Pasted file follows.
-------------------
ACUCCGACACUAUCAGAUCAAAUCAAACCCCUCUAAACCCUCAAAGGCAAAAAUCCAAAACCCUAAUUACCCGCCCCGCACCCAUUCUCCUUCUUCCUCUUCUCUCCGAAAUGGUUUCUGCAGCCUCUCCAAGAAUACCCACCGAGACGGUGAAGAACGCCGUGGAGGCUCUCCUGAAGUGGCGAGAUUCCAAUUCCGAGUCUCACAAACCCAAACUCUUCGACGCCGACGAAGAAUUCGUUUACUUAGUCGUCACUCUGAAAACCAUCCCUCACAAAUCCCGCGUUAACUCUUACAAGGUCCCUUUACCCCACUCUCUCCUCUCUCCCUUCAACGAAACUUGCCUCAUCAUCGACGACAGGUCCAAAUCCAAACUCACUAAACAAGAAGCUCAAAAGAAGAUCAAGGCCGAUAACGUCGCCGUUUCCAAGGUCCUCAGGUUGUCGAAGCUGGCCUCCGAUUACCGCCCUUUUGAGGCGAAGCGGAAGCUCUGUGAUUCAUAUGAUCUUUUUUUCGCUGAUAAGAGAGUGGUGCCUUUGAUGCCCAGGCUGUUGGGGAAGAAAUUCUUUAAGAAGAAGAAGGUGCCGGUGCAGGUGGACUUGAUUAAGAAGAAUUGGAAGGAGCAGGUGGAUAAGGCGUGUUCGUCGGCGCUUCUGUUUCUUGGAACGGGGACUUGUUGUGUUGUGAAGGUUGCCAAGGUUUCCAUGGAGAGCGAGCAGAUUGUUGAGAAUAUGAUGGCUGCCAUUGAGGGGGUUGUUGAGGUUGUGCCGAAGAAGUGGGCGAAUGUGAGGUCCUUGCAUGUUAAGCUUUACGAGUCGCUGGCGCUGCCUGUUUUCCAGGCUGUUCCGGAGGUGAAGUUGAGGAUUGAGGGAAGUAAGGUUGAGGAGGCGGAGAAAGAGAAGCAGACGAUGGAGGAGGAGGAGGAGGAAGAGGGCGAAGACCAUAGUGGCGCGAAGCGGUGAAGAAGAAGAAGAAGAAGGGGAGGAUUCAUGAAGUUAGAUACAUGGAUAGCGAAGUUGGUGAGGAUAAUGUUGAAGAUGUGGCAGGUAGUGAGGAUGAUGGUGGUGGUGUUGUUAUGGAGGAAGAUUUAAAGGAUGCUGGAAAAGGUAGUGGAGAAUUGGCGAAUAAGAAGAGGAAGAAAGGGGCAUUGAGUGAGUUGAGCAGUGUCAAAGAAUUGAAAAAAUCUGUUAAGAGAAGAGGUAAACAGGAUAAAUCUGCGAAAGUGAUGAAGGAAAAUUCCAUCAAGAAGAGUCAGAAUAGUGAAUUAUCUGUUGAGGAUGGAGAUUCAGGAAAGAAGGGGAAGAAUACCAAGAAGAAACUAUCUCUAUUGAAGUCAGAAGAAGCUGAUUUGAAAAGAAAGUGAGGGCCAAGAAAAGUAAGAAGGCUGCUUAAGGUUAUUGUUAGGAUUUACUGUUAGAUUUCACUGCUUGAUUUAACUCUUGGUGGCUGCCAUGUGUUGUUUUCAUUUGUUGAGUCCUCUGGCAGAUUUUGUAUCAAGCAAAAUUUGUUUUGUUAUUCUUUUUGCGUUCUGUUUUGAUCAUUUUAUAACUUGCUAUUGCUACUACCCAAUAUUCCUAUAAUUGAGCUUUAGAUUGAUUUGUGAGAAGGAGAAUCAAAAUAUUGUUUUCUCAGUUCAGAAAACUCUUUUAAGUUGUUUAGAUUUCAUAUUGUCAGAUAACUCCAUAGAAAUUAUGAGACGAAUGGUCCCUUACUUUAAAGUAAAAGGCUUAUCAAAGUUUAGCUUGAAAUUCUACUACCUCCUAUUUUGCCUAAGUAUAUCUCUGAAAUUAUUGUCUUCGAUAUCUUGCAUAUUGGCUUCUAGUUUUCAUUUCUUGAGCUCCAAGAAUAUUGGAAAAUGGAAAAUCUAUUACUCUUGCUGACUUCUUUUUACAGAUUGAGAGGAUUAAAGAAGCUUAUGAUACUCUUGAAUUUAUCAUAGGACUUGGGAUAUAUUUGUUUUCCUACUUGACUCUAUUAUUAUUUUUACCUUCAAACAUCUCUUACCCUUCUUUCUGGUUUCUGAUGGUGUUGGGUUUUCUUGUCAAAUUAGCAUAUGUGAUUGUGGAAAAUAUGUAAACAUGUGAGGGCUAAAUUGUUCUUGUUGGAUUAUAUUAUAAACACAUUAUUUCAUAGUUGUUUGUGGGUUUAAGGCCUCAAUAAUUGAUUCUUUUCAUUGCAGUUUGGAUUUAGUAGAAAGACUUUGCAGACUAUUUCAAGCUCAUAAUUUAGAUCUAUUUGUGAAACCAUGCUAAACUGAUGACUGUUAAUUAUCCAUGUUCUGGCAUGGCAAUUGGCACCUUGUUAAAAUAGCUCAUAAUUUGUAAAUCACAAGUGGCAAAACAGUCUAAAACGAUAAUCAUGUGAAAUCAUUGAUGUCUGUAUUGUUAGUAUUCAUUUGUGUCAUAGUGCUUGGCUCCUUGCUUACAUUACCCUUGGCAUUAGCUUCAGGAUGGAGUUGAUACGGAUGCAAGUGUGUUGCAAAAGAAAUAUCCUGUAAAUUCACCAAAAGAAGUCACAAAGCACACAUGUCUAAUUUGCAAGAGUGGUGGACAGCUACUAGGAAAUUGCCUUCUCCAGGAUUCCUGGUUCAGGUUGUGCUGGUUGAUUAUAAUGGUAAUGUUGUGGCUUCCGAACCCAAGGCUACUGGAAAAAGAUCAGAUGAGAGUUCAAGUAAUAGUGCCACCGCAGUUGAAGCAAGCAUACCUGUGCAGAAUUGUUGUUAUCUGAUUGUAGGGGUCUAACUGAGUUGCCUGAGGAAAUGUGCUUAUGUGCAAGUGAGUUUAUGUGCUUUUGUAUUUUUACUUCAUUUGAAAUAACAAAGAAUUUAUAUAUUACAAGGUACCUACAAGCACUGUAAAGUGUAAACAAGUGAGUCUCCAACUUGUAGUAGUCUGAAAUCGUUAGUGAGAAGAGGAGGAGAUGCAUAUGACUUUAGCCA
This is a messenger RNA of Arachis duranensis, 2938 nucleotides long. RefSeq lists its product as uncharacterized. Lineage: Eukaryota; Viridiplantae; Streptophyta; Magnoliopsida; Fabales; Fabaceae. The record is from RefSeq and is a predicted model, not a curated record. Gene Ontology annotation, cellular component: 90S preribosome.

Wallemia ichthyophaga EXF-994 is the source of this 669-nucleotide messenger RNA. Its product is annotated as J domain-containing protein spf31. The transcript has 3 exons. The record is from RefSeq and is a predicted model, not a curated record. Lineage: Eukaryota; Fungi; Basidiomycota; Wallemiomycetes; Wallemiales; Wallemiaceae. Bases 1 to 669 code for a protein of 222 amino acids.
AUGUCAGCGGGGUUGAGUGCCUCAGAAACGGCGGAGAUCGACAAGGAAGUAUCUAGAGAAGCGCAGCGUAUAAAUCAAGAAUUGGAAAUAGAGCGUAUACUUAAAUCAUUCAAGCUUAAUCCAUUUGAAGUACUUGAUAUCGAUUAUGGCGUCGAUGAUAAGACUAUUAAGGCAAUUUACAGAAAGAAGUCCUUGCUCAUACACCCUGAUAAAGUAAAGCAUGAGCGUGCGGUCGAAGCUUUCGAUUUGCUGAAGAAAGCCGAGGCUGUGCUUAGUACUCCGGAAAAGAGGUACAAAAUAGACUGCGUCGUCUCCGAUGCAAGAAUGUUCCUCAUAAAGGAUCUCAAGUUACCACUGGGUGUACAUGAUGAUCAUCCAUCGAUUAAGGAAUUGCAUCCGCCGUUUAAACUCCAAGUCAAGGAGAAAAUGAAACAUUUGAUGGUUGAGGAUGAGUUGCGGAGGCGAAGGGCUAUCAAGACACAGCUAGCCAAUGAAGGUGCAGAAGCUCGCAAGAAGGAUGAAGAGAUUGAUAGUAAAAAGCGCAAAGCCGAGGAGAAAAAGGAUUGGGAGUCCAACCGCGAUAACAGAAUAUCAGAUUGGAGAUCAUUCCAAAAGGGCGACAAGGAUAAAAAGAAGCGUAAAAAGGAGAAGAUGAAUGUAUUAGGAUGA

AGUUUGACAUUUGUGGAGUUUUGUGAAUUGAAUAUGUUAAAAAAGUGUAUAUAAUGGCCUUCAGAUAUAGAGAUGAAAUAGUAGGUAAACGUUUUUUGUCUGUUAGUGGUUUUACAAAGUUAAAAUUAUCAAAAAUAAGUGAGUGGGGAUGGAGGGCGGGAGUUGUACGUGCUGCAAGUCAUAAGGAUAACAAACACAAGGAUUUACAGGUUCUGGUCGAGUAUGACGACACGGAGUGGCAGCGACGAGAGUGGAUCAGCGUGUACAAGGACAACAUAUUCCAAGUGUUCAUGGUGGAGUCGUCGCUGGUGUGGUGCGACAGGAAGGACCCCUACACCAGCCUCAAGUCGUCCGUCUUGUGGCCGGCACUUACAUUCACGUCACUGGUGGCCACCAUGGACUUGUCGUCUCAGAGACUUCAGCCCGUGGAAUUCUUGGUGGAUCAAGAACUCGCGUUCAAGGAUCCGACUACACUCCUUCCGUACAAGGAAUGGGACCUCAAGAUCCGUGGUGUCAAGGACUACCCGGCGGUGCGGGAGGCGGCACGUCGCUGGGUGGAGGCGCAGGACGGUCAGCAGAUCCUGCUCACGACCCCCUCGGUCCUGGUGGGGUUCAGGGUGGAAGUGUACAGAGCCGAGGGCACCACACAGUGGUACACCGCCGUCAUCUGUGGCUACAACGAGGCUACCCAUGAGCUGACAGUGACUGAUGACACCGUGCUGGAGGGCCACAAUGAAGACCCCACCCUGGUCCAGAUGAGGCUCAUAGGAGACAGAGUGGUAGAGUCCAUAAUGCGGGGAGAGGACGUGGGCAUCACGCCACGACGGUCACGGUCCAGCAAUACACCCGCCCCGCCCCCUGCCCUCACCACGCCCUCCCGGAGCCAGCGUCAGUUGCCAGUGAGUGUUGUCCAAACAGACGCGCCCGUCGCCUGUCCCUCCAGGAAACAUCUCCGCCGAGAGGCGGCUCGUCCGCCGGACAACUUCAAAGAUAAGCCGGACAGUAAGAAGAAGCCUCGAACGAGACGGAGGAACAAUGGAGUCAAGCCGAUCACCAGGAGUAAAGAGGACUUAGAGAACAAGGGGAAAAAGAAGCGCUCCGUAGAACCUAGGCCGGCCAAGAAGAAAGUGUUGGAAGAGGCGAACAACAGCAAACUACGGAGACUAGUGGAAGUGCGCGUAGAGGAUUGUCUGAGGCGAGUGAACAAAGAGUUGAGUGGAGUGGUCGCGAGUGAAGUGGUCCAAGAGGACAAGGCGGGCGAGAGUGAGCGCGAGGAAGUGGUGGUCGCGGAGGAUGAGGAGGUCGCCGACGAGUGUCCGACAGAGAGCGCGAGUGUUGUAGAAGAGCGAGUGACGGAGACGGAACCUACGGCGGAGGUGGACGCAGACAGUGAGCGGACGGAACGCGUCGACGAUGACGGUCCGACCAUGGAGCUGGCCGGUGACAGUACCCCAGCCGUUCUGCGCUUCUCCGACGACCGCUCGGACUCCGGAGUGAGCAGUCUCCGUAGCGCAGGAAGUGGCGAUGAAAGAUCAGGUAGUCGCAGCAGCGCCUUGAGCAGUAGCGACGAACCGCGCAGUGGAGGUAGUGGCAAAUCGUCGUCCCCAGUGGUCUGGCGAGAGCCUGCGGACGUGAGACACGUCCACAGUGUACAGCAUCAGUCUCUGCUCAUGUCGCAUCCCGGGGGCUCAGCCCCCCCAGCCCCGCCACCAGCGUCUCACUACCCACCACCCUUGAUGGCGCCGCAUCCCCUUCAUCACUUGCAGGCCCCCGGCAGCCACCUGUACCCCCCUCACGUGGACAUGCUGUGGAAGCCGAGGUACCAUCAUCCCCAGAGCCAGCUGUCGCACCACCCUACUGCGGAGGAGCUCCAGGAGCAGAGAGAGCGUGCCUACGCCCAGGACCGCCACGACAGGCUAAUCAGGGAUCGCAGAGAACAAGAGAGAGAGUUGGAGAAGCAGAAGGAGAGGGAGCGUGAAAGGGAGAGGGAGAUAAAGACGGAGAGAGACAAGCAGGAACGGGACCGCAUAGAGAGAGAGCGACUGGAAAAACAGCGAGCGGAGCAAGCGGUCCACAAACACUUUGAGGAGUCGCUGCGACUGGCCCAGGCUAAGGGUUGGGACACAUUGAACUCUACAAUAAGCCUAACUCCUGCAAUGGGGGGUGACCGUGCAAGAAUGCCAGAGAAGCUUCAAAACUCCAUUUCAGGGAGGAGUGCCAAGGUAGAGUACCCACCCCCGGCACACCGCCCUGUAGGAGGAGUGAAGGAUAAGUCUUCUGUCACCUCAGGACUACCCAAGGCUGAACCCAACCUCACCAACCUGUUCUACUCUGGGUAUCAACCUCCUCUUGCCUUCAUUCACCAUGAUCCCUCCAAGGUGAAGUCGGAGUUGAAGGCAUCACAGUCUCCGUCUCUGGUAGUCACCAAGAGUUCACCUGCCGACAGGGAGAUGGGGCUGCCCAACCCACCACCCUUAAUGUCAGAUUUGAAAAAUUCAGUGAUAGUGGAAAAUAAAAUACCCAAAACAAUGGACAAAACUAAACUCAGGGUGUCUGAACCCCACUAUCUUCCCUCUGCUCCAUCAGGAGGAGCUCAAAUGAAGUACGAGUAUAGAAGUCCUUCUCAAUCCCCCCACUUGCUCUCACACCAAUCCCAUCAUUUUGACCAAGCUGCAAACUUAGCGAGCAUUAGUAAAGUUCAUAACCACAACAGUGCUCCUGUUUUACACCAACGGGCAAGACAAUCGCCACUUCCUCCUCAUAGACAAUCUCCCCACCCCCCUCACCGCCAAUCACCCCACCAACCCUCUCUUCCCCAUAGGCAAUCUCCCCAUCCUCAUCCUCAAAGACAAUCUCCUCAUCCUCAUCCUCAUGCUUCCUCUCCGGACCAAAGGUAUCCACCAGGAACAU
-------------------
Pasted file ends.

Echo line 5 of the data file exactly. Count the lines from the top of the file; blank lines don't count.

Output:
AGUUUGACAUUUGUGGAGUUUUGUGAAUUGAAUAUGUUAAAAAAGUGUAUAUAAUGGCCUUCAGAUAUAGAGAUGAAAUAGUAGGUAAACGUUUUUUGUCUGUUAGUGGUUUUACAAAGUUAAAAUUAUCAAAAAUAAGUGAGUGGGGAUGGAGGGCGGGAGUUGUACGUGCUGCAAGUCAUAAGGAUAACAAACACAAGGAUUUACAGGUUCUGGUCGAGUAUGACGACACGGAGUGGCAGCGACGAGAGUGGAUCAGCGUGUACAAGGACAACAUAUUCCAAGUGUUCAUGGUGGAGUCGUCGCUGGUGUGGUGCGACAGGAAGGACCCCUACACCAGCCUCAAGUCGUCCGUCUUGUGGCCGGCACUUACAUUCACGUCACUGGUGGCCACCAUGGACUUGUCGUCUCAGAGACUUCAGCCCGUGGAAUUCUUGGUGGAUCAAGAACUCGCGUUCAAGGAUCCGACUACACUCCUUCCGUACAAGGAAUGGGACCUCAAGAUCCGUGGUGUCAAGGACUACCCGGCGGUGCGGGAGGCGGCACGUCGCUGGGUGGAGGCGCAGGACGGUCAGCAGAUCCUGCUCACGACCCCCUCGGUCCUGGUGGGGUUCAGGGUGGAAGUGUACAGAGCCGAGGGCACCACACAGUGGUACACCGCCGUCAUCUGUGGCUACAACGAGGCUACCCAUGAGCUGACAGUGACUGAUGACACCGUGCUGGAGGGCCACAAUGAAGACCCCACCCUGGUCCAGAUGAGGCUCAUAGGAGACAGAGUGGUAGAGUCCAUAAUGCGGGGAGAGGACGUGGGCAUCACGCCACGACGGUCACGGUCCAGCAAUACACCCGCCCCGCCCCCUGCCCUCACCACGCCCUCCCGGAGCCAGCGUCAGUUGCCAGUGAGUGUUGUCCAAACAGACGCGCCCGUCGCCUGUCCCUCCAGGAAACAUCUCCGCCGAGAGGCGGCUCGUCCGCCGGACAACUUCAAAGAUAAGCCGGACAGUAAGAAGAAGCCUCGAACGAGACGGAGGAACAAUGGAGUCAAGCCGAUCACCAGGAGUAAAGAGGACUUAGAGAACAAGGGGAAAAAGAAGCGCUCCGUAGAACCUAGGCCGGCCAAGAAGAAAGUGUUGGAAGAGGCGAACAACAGCAAACUACGGAGACUAGUGGAAGUGCGCGUAGAGGAUUGUCUGAGGCGAGUGAACAAAGAGUUGAGUGGAGUGGUCGCGAGUGAAGUGGUCCAAGAGGACAAGGCGGGCGAGAGUGAGCGCGAGGAAGUGGUGGUCGCGGAGGAUGAGGAGGUCGCCGACGAGUGUCCGACAGAGAGCGCGAGUGUUGUAGAAGAGCGAGUGACGGAGACGGAACCUACGGCGGAGGUGGACGCAGACAGUGAGCGGACGGAACGCGUCGACGAUGACGGUCCGACCAUGGAGCUGGCCGGUGACAGUACCCCAGCCGUUCUGCGCUUCUCCGACGACCGCUCGGACUCCGGAGUGAGCAGUCUCCGUAGCGCAGGAAGUGGCGAUGAAAGAUCAGGUAGUCGCAGCAGCGCCUUGAGCAGUAGCGACGAACCGCGCAGUGGAGGUAGUGGCAAAUCGUCGUCCCCAGUGGUCUGGCGAGAGCCUGCGGACGUGAGACACGUCCACAGUGUACAGCAUCAGUCUCUGCUCAUGUCGCAUCCCGGGGGCUCAGCCCCCCCAGCCCCGCCACCAGCGUCUCACUACCCACCACCCUUGAUGGCGCCGCAUCCCCUUCAUCACUUGCAGGCCCCCGGCAGCCACCUGUACCCCCCUCACGUGGACAUGCUGUGGAAGCCGAGGUACCAUCAUCCCCAGAGCCAGCUGUCGCACCACCCUACUGCGGAGGAGCUCCAGGAGCAGAGAGAGCGUGCCUACGCCCAGGACCGCCACGACAGGCUAAUCAGGGAUCGCAGAGAACAAGAGAGAGAGUUGGAGAAGCAGAAGGAGAGGGAGCGUGAAAGGGAGAGGGAGAUAAAGACGGAGAGAGACAAGCAGGAACGGGACCGCAUAGAGAGAGAGCGACUGGAAAAACAGCGAGCGGAGCAAGCGGUCCACAAACACUUUGAGGAGUCGCUGCGACUGGCCCAGGCUAAGGGUUGGGACACAUUGAACUCUACAAUAAGCCUAACUCCUGCAAUGGGGGGUGACCGUGCAAGAAUGCCAGAGAAGCUUCAAAACUCCAUUUCAGGGAGGAGUGCCAAGGUAGAGUACCCACCCCCGGCACACCGCCCUGUAGGAGGAGUGAAGGAUAAGUCUUCUGUCACCUCAGGACUACCCAAGGCUGAACCCAACCUCACCAACCUGUUCUACUCUGGGUAUCAACCUCCUCUUGCCUUCAUUCACCAUGAUCCCUCCAAGGUGAAGUCGGAGUUGAAGGCAUCACAGUCUCCGUCUCUGGUAGUCACCAAGAGUUCACCUGCCGACAGGGAGAUGGGGCUGCCCAACCCACCACCCUUAAUGUCAGAUUUGAAAAAUUCAGUGAUAGUGGAAAAUAAAAUACCCAAAACAAUGGACAAAACUAAACUCAGGGUGUCUGAACCCCACUAUCUUCCCUCUGCUCCAUCAGGAGGAGCUCAAAUGAAGUACGAGUAUAGAAGUCCUUCUCAAUCCCCCCACUUGCUCUCACACCAAUCCCAUCAUUUUGACCAAGCUGCAAACUUAGCGAGCAUUAGUAAAGUUCAUAACCACAACAGUGCUCCUGUUUUACACCAACGGGCAAGACAAUCGCCACUUCCUCCUCAUAGACAAUCUCCCCACCCCCCUCACCGCCAAUCACCCCACCAACCCUCUCUUCCCCAUAGGCAAUCUCCCCAUCCUCAUCCUCAAAGACAAUCUCCUCAUCCUCAUCCUCAUGCUUCCUCUCCGGACCAAAGGUAUCCACCAGGAACAU